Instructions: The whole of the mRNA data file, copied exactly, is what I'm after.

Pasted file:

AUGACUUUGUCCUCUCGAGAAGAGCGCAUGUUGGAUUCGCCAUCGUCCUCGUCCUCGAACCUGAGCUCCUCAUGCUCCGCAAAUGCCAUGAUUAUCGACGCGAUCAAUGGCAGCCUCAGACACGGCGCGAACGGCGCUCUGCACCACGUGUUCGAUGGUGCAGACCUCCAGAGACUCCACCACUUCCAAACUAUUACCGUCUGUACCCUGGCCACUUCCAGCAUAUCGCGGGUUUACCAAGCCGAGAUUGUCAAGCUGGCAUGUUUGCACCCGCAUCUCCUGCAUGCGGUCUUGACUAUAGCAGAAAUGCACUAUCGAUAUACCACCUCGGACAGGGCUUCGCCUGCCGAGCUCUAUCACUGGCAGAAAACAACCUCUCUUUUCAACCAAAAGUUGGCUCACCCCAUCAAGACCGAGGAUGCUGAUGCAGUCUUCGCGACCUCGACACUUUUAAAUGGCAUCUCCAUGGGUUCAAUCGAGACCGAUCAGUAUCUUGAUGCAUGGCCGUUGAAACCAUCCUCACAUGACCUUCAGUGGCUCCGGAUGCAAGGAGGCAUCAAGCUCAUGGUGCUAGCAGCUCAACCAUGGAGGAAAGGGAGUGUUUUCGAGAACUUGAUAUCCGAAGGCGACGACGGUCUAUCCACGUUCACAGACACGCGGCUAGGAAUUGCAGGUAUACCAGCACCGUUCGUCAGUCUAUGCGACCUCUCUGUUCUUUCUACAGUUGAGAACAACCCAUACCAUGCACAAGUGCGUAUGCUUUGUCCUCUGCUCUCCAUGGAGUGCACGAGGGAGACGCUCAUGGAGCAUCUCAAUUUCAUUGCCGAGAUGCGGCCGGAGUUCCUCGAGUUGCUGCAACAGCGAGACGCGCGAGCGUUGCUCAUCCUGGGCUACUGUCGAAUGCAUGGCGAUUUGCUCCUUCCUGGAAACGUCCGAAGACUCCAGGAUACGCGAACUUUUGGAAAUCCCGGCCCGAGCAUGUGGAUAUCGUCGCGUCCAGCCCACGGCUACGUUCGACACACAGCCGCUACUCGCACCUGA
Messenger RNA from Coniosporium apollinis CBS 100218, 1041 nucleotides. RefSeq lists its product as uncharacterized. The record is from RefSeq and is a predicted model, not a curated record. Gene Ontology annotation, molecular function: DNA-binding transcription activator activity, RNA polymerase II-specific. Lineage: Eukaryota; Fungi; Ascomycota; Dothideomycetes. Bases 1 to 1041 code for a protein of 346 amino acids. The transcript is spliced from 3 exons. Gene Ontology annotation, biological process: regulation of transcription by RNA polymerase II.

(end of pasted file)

AUGACUUUGUCCUCUCGAGAAGAGCGCAUGUUGGAUUCGCCAUCGUCCUCGUCCUCGAACCUGAGCUCCUCAUGCUCCGCAAAUGCCAUGAUUAUCGACGCGAUCAAUGGCAGCCUCAGACACGGCGCGAACGGCGCUCUGCACCACGUGUUCGAUGGUGCAGACCUCCAGAGACUCCACCACUUCCAAACUAUUACCGUCUGUACCCUGGCCACUUCCAGCAUAUCGCGGGUUUACCAAGCCGAGAUUGUCAAGCUGGCAUGUUUGCACCCGCAUCUCCUGCAUGCGGUCUUGACUAUAGCAGAAAUGCACUAUCGAUAUACCACCUCGGACAGGGCUUCGCCUGCCGAGCUCUAUCACUGGCAGAAAACAACCUCUCUUUUCAACCAAAAGUUGGCUCACCCCAUCAAGACCGAGGAUGCUGAUGCAGUCUUCGCGACCUCGACACUUUUAAAUGGCAUCUCCAUGGGUUCAAUCGAGACCGAUCAGUAUCUUGAUGCAUGGCCGUUGAAACCAUCCUCACAUGACCUUCAGUGGCUCCGGAUGCAAGGAGGCAUCAAGCUCAUGGUGCUAGCAGCUCAACCAUGGAGGAAAGGGAGUGUUUUCGAGAACUUGAUAUCCGAAGGCGACGACGGUCUAUCCACGUUCACAGACACGCGGCUAGGAAUUGCAGGUAUACCAGCACCGUUCGUCAGUCUAUGCGACCUCUCUGUUCUUUCUACAGUUGAGAACAACCCAUACCAUGCACAAGUGCGUAUGCUUUGUCCUCUGCUCUCCAUGGAGUGCACGAGGGAGACGCUCAUGGAGCAUCUCAAUUUCAUUGCCGAGAUGCGGCCGGAGUUCCUCGAGUUGCUGCAACAGCGAGACGCGCGAGCGUUGCUCAUCCUGGGCUACUGUCGAAUGCAUGGCGAUUUGCUCCUUCCUGGAAACGUCCGAAGACUCCAGGAUACGCGAACUUUUGGAAAUCCCGGCCCGAGCAUGUGGAUAUCGUCGCGUCCAGCCCACGGCUACGUUCGACACACAGCCGCUACUCGCACCUGA
Messenger RNA from Coniosporium apollinis CBS 100218, 1041 nucleotides. RefSeq lists its product as uncharacterized. The record is from RefSeq and is a predicted model, not a curated record. Gene Ontology annotation, molecular function: DNA-binding transcription activator activity, RNA polymerase II-specific. Lineage: Eukaryota; Fungi; Ascomycota; Dothideomycetes. Bases 1 to 1041 code for a protein of 346 amino acids. The transcript is spliced from 3 exons. Gene Ontology annotation, biological process: regulation of transcription by RNA polymerase II.